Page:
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the physical stWth to take up arms for Leyden, but his personal courage remained unshaken, and in difficult times his example sustained the halfhearted and put cowards to shame.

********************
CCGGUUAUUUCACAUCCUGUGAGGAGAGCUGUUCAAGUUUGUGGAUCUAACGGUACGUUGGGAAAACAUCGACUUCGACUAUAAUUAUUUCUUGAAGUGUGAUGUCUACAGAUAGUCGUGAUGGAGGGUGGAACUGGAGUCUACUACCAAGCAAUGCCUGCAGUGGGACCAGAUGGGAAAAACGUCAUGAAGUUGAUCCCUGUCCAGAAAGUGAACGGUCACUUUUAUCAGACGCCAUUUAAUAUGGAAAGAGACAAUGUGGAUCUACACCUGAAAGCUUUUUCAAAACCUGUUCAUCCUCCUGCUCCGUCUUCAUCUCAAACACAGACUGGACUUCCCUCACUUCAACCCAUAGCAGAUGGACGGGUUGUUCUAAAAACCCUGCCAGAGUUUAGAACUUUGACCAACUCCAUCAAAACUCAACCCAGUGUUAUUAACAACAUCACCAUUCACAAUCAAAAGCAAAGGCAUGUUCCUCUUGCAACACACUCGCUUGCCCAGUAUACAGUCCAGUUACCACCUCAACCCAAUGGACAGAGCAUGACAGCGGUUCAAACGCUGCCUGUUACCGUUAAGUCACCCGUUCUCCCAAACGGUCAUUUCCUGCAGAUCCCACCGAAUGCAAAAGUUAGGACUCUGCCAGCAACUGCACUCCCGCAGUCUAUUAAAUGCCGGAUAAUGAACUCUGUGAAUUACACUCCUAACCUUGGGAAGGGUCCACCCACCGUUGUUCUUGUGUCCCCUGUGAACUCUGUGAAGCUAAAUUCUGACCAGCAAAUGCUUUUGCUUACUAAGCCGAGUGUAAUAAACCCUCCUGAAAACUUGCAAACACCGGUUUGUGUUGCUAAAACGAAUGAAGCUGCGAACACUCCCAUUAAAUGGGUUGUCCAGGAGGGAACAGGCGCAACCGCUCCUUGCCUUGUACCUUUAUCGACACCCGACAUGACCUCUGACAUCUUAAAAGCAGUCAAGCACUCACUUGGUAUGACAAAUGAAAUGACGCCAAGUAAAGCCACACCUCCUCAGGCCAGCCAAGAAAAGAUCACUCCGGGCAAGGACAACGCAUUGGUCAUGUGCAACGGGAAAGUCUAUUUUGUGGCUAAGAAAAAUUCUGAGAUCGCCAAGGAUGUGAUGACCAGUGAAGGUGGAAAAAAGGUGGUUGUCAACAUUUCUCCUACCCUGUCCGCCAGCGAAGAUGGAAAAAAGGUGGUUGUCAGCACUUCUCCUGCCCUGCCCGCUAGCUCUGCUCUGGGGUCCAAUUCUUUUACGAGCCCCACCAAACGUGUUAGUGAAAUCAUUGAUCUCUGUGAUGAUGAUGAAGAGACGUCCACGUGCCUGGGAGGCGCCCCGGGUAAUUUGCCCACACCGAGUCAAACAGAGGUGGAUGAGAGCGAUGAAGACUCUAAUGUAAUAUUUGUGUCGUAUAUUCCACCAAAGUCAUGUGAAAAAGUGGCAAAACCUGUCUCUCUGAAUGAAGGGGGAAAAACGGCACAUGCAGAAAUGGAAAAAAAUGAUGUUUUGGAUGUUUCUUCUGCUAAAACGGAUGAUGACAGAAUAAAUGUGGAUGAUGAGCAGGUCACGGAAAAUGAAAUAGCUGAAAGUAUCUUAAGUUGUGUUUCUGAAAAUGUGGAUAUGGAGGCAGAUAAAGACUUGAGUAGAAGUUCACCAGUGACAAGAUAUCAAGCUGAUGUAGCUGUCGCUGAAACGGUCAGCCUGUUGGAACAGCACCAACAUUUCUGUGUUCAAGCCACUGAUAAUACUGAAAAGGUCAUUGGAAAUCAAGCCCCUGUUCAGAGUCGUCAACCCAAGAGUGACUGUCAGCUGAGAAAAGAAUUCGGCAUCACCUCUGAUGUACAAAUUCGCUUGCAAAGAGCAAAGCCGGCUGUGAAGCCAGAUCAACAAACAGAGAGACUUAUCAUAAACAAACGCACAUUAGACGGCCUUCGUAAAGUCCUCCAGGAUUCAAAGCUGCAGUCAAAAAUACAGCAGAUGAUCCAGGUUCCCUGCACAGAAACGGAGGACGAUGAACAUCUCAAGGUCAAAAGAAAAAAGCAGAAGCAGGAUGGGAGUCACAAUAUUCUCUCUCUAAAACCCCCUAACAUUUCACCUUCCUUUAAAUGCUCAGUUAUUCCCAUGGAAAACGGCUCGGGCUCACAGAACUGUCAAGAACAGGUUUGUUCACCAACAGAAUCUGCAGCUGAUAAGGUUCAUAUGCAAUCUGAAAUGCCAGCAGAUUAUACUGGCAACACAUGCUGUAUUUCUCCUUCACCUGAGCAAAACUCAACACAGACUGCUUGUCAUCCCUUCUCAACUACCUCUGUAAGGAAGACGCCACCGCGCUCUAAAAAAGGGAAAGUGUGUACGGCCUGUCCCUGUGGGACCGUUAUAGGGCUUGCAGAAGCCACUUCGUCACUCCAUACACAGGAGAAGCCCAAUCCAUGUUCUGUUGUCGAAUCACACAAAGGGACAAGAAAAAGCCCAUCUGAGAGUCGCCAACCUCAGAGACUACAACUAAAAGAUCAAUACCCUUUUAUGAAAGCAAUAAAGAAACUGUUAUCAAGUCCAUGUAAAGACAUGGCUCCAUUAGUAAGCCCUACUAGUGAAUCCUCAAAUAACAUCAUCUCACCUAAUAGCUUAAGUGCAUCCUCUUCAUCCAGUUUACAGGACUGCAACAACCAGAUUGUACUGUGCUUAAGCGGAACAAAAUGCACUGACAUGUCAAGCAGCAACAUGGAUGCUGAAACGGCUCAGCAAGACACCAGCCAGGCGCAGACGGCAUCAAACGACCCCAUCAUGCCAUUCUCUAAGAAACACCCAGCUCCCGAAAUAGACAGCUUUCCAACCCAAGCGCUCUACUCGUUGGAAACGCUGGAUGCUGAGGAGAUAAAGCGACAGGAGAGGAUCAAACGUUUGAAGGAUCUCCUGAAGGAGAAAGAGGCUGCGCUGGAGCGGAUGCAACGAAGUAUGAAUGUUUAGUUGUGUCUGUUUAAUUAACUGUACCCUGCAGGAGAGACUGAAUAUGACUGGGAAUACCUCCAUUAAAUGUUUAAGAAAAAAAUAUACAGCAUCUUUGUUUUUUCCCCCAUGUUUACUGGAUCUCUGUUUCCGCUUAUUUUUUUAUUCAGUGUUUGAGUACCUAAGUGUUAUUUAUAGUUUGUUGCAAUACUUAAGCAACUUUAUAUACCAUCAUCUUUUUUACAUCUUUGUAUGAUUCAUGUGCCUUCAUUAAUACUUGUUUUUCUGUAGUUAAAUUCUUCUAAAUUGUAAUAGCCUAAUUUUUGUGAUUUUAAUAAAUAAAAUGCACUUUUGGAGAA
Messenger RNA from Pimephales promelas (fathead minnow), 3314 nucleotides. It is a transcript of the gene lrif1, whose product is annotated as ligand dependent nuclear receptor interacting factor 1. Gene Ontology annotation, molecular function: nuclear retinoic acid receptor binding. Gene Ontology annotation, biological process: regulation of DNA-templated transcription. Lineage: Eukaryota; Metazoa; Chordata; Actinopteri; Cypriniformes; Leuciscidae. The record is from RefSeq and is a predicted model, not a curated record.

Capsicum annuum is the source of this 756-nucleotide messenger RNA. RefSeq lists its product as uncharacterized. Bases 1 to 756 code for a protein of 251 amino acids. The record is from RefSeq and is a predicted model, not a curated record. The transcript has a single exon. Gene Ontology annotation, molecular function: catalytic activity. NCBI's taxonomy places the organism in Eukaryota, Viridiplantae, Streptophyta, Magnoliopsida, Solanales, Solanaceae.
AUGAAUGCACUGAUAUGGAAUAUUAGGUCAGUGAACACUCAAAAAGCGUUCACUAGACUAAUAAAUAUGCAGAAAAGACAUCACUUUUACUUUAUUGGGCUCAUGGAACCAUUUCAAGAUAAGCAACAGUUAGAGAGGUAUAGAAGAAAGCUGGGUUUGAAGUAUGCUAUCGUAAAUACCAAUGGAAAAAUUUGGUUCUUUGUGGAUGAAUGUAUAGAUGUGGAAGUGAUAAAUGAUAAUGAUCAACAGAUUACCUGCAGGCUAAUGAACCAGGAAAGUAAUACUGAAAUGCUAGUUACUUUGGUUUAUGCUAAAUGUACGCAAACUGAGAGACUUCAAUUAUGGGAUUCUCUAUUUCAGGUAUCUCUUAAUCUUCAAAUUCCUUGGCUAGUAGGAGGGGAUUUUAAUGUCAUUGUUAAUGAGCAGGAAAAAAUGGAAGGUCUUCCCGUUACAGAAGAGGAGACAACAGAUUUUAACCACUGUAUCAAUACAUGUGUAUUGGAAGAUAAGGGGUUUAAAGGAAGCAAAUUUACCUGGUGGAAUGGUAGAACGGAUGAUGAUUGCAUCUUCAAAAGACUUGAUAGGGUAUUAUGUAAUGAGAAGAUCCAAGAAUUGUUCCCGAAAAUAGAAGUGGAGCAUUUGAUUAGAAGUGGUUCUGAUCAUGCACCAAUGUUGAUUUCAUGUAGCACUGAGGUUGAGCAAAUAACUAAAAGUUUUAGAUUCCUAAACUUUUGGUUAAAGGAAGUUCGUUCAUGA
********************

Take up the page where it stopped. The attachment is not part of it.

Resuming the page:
The suprème command of the town was in the hands of the representative of the Prince of Orange, Dirk van Bronkhorst, Ordinary Member of the High Court of Holland. His memory also will live in the history of Leyden. Little is known about bis early Hf e; but he seems to have been a member of the High Court already before the revolution of 1572. Most of his colleagues left their posts at that time and withdrew with the Spanish soldiers to Utrecht; but he remained and joined the rebels. At the end of 1572 he was like Douza a member of the embassy sent to England by the Prince and the States. After bis return he was more than once employed by the Prince in business that requireda man of unflinching determination. It was probably sonie such business that had brought him to Leyden at the moment when the town was invested for the second time. There was no Governor; for as yet no successor to Noyelles had been chosen. Bronkhorst was clearly the right person for this difficult post, so the Prince appointed him as „Commissary for both military and political af fairs". He proved himself worthy of the Prince's